On March 20, 2015, Gilead sent an email warning to health care providers about nine patients who developed cardiac problems related to its hepatitis C drugs. The patients, who were being treated with Sovaldi or Harvoni, were also being treated with daclatasvir, manufactured by Bristol-Myers Squibb Company , or Johnson & Johnson ’s Olysio.
Because Gilead and AbbVie, in particular, have such a hold on the hepatitis C market, analysts believe that sales will begin to slow. Indeed, last week, the Gilead’s CFO Robin Washington said the company is currently using an “operationally leveraged model” that looks at M&A that don’t interfere with Gilead’s “big picture” plans.
“We’re not necessarily interested in M&A focused on synergies [as] it causes us to spend a lot of time downsizing. So it’s not so much just a headcount,” she said. “I think it’s just really where we think we can add the most value to M&A that we might consider.”
Washington said Gilead would probably look at earlier stage buys, where its own internal strategy could “influence the development path.”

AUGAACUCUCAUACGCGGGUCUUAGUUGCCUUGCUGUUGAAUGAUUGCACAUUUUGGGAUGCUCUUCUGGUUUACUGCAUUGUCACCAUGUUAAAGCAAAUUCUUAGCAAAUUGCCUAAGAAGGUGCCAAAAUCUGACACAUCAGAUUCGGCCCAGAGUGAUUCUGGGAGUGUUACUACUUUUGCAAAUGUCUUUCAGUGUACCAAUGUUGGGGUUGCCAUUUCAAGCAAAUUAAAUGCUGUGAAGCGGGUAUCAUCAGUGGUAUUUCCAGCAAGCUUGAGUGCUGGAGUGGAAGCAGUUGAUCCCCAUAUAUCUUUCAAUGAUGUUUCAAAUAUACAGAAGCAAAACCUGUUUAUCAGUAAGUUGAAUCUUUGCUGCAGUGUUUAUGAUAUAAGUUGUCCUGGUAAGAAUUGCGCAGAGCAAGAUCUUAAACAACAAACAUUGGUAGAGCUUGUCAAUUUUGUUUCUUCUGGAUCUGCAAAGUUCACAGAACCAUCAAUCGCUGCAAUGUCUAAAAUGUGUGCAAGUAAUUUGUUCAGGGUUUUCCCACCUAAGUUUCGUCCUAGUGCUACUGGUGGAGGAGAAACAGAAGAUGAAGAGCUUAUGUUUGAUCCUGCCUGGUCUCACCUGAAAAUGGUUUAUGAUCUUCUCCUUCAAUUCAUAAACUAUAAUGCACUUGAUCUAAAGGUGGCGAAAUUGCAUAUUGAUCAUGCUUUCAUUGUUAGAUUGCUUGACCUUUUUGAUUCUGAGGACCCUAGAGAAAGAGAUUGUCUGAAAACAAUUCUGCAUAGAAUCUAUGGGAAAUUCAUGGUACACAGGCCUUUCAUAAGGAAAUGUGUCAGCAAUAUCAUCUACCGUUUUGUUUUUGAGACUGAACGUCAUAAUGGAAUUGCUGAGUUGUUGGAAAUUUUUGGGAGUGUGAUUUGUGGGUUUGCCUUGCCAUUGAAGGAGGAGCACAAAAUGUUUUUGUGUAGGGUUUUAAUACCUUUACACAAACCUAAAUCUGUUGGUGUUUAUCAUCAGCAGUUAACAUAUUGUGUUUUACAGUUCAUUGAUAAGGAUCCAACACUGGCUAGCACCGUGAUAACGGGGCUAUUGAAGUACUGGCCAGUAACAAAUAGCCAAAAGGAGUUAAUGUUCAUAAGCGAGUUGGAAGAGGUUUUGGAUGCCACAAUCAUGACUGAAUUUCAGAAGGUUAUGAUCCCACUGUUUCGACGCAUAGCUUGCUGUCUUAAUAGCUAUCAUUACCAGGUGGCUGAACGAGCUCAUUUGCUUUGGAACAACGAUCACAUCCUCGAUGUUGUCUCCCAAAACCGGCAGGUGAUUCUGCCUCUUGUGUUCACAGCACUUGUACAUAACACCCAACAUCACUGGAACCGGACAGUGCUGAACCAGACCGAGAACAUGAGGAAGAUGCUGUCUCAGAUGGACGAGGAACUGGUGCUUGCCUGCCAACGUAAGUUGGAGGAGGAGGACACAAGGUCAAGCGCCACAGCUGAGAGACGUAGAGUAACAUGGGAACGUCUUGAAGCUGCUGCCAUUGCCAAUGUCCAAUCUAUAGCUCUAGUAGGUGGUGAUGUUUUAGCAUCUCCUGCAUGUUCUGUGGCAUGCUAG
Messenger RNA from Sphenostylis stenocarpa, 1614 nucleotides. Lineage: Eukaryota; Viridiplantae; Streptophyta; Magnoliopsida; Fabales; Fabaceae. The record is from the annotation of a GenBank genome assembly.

So what is a company like Gilead to do moving forward?
Hepatitis B, of course, would be a natural progression, despite yesterday’s bad news regarding GS-4774. Surprisingly, Michael Yee, an analyst with Royal Bank of Canada (RBC), views this as a golden opportunity for Gilead. In a research note yesterday, Yee said the study showed “slight evidence of a dose response and better effect over longer period of time.” Gilead also has another hepatitis B candidate, GS-9620 in mid-stage trials. Yee also speculates that Gilead may look to acquire others in the same space, citing Canada-based Tekmira and Assembly Biosciences Inc (ASMB).